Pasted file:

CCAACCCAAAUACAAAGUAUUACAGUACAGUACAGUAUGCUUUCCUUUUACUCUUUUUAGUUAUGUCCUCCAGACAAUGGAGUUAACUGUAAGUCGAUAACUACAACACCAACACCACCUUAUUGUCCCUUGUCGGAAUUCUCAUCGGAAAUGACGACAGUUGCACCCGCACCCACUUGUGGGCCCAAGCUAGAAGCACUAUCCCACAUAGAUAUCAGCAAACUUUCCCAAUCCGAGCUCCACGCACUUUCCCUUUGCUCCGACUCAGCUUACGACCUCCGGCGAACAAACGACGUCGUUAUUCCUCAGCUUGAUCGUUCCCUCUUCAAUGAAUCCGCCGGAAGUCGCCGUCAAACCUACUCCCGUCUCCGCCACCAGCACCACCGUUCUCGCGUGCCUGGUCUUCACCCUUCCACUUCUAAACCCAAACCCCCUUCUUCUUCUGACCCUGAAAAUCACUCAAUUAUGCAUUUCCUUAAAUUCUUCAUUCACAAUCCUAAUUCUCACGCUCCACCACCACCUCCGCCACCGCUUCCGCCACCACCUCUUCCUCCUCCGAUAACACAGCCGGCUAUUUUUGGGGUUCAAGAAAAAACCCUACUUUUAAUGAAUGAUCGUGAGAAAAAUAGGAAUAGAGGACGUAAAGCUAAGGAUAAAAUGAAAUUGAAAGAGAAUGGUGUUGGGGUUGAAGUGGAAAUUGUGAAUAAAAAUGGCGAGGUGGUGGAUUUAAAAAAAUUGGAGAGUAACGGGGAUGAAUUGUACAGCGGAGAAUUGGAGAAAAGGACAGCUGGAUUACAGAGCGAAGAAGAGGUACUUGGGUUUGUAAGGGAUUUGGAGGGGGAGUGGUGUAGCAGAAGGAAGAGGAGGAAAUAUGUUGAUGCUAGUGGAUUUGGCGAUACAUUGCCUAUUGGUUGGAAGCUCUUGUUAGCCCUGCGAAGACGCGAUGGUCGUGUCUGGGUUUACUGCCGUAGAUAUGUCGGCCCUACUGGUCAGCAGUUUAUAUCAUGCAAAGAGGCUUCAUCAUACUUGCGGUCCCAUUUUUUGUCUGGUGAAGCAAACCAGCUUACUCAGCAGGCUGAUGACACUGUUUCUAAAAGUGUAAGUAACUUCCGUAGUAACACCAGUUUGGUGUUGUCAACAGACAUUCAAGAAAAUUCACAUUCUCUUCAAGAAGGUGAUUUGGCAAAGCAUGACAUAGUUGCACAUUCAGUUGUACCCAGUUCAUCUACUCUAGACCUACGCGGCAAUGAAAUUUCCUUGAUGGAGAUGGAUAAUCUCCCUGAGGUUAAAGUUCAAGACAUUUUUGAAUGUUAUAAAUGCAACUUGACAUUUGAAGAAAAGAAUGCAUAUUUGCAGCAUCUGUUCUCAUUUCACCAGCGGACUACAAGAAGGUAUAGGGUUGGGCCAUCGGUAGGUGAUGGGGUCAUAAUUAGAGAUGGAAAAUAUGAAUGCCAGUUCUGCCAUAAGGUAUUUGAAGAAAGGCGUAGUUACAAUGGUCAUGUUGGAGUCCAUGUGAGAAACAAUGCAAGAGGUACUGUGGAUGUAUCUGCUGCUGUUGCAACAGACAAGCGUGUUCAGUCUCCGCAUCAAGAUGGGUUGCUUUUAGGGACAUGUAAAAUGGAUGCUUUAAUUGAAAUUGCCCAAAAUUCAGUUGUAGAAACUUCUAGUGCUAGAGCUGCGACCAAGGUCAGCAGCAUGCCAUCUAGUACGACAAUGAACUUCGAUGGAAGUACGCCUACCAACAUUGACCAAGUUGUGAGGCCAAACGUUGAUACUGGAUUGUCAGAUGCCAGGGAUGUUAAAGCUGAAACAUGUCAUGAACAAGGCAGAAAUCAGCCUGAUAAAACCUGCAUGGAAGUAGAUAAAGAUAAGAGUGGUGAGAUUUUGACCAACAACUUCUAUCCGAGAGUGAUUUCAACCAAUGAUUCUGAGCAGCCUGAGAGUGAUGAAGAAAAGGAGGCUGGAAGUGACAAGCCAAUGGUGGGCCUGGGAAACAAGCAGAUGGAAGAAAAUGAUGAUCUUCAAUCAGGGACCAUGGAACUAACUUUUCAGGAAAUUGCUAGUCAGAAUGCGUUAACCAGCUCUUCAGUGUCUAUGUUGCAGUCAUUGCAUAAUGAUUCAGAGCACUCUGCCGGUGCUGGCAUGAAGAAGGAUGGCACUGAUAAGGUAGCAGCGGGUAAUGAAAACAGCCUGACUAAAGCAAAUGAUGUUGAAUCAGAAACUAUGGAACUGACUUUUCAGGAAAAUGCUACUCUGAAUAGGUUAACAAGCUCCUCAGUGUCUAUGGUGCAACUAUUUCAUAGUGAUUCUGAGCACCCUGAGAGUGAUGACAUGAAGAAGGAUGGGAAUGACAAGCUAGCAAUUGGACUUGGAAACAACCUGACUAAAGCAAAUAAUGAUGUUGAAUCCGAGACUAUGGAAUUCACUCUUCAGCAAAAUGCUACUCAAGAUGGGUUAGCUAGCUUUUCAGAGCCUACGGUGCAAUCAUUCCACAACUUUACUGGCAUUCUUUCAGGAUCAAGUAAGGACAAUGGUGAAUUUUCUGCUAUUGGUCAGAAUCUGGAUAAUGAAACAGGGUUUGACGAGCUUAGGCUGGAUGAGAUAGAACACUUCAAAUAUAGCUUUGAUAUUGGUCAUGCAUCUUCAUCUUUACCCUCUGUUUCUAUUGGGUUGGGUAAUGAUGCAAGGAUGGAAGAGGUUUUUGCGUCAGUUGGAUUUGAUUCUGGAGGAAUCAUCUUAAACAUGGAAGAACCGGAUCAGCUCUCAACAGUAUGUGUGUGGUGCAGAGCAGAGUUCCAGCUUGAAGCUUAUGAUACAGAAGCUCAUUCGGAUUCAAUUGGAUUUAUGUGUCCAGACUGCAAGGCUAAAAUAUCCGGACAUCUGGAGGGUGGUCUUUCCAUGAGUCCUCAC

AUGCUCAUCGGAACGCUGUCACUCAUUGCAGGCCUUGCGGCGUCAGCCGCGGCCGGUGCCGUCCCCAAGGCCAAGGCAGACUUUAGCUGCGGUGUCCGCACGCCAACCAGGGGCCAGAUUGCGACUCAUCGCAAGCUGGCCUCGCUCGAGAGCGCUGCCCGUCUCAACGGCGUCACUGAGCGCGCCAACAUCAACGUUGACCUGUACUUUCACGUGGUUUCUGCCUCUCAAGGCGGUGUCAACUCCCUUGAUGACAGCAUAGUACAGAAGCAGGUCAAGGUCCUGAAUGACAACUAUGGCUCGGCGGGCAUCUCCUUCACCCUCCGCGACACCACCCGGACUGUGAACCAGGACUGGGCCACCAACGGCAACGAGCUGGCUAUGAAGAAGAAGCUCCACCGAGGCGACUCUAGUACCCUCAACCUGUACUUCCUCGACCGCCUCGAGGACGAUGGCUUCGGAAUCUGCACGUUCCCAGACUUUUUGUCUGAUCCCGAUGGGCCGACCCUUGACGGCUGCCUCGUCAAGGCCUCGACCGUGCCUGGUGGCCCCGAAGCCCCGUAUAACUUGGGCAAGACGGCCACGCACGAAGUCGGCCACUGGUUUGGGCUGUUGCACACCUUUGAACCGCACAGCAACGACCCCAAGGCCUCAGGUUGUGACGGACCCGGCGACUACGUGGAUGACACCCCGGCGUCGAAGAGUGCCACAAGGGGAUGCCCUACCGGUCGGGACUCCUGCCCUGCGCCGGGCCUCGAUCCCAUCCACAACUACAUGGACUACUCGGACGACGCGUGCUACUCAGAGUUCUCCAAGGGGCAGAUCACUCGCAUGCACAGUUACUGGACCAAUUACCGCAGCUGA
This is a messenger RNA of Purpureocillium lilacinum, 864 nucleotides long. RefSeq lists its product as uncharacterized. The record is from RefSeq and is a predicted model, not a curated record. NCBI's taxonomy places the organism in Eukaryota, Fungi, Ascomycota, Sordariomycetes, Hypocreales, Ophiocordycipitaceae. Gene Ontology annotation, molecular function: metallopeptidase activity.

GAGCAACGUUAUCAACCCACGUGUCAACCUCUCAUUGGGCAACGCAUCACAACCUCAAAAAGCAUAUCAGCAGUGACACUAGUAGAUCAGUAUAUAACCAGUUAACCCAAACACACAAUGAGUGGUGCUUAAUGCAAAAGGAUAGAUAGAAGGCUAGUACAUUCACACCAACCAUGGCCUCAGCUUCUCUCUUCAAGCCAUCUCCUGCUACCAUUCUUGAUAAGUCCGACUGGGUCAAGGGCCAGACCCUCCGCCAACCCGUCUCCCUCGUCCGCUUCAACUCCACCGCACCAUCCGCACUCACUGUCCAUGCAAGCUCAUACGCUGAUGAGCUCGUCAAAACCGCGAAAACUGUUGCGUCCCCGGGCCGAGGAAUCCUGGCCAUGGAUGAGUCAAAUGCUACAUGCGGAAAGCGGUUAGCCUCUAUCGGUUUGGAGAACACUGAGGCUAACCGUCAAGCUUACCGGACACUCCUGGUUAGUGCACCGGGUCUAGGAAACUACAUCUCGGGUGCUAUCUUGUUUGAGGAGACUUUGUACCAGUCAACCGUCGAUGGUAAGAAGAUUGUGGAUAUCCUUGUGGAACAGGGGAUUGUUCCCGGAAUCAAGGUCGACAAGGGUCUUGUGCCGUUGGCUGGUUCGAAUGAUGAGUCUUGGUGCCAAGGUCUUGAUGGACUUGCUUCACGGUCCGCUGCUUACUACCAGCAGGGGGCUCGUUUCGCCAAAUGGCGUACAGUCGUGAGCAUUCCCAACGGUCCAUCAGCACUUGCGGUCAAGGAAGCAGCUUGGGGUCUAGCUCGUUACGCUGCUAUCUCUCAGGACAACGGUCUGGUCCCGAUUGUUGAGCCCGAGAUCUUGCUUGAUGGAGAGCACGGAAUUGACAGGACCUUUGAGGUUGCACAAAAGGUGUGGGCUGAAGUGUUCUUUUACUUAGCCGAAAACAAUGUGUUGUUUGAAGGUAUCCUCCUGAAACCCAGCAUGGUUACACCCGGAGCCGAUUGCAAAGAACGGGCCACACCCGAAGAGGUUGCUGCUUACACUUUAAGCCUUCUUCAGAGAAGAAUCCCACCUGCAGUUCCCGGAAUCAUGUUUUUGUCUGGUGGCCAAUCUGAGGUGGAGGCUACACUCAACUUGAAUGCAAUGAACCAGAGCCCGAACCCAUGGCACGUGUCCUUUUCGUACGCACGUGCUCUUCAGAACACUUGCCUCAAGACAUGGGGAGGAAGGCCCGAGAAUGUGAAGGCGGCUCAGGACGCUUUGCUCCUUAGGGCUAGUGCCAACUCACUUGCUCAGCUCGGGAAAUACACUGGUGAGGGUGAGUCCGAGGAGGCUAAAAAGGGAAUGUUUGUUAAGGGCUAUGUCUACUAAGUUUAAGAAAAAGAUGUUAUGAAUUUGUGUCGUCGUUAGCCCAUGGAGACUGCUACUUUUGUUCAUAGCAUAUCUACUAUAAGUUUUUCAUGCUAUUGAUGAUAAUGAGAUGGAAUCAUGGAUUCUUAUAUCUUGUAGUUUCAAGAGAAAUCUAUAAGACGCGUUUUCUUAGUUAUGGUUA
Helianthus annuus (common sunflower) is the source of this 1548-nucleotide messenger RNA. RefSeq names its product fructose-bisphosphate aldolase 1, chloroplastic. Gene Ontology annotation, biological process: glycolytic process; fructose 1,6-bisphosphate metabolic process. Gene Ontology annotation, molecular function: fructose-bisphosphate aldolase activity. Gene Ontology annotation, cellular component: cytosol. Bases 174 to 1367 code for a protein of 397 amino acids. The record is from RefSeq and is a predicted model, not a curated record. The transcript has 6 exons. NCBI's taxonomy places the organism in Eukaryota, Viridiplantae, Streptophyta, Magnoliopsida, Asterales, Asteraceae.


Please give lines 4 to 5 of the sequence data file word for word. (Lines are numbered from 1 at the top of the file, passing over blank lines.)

GAGCAACGUUAUCAACCCACGUGUCAACCUCUCAUUGGGCAACGCAUCACAACCUCAAAAAGCAUAUCAGCAGUGACACUAGUAGAUCAGUAUAUAACCAGUUAACCCAAACACACAAUGAGUGGUGCUUAAUGCAAAAGGAUAGAUAGAAGGCUAGUACAUUCACACCAACCAUGGCCUCAGCUUCUCUCUUCAAGCCAUCUCCUGCUACCAUUCUUGAUAAGUCCGACUGGGUCAAGGGCCAGACCCUCCGCCAACCCGUCUCCCUCGUCCGCUUCAACUCCACCGCACCAUCCGCACUCACUGUCCAUGCAAGCUCAUACGCUGAUGAGCUCGUCAAAACCGCGAAAACUGUUGCGUCCCCGGGCCGAGGAAUCCUGGCCAUGGAUGAGUCAAAUGCUACAUGCGGAAAGCGGUUAGCCUCUAUCGGUUUGGAGAACACUGAGGCUAACCGUCAAGCUUACCGGACACUCCUGGUUAGUGCACCGGGUCUAGGAAACUACAUCUCGGGUGCUAUCUUGUUUGAGGAGACUUUGUACCAGUCAACCGUCGAUGGUAAGAAGAUUGUGGAUAUCCUUGUGGAACAGGGGAUUGUUCCCGGAAUCAAGGUCGACAAGGGUCUUGUGCCGUUGGCUGGUUCGAAUGAUGAGUCUUGGUGCCAAGGUCUUGAUGGACUUGCUUCACGGUCCGCUGCUUACUACCAGCAGGGGGCUCGUUUCGCCAAAUGGCGUACAGUCGUGAGCAUUCCCAACGGUCCAUCAGCACUUGCGGUCAAGGAAGCAGCUUGGGGUCUAGCUCGUUACGCUGCUAUCUCUCAGGACAACGGUCUGGUCCCGAUUGUUGAGCCCGAGAUCUUGCUUGAUGGAGAGCACGGAAUUGACAGGACCUUUGAGGUUGCACAAAAGGUGUGGGCUGAAGUGUUCUUUUACUUAGCCGAAAACAAUGUGUUGUUUGAAGGUAUCCUCCUGAAACCCAGCAUGGUUACACCCGGAGCCGAUUGCAAAGAACGGGCCACACCCGAAGAGGUUGCUGCUUACACUUUAAGCCUUCUUCAGAGAAGAAUCCCACCUGCAGUUCCCGGAAUCAUGUUUUUGUCUGGUGGCCAAUCUGAGGUGGAGGCUACACUCAACUUGAAUGCAAUGAACCAGAGCCCGAACCCAUGGCACGUGUCCUUUUCGUACGCACGUGCUCUUCAGAACACUUGCCUCAAGACAUGGGGAGGAAGGCCCGAGAAUGUGAAGGCGGCUCAGGACGCUUUGCUCCUUAGGGCUAGUGCCAACUCACUUGCUCAGCUCGGGAAAUACACUGGUGAGGGUGAGUCCGAGGAGGCUAAAAAGGGAAUGUUUGUUAAGGGCUAUGUCUACUAAGUUUAAGAAAAAGAUGUUAUGAAUUUGUGUCGUCGUUAGCCCAUGGAGACUGCUACUUUUGUUCAUAGCAUAUCUACUAUAAGUUUUUCAUGCUAUUGAUGAUAAUGAGAUGGAAUCAUGGAUUCUUAUAUCUUGUAGUUUCAAGAGAAAUCUAUAAGACGCGUUUUCUUAGUUAUGGUUA
Helianthus annuus (common sunflower) is the source of this 1548-nucleotide messenger RNA. RefSeq names its product fructose-bisphosphate aldolase 1, chloroplastic. Gene Ontology annotation, biological process: glycolytic process; fructose 1,6-bisphosphate metabolic process. Gene Ontology annotation, molecular function: fructose-bisphosphate aldolase activity. Gene Ontology annotation, cellular component: cytosol. Bases 174 to 1367 code for a protein of 397 amino acids. The record is from RefSeq and is a predicted model, not a curated record. The transcript has 6 exons. NCBI's taxonomy places the organism in Eukaryota, Viridiplantae, Streptophyta, Magnoliopsida, Asterales, Asteraceae.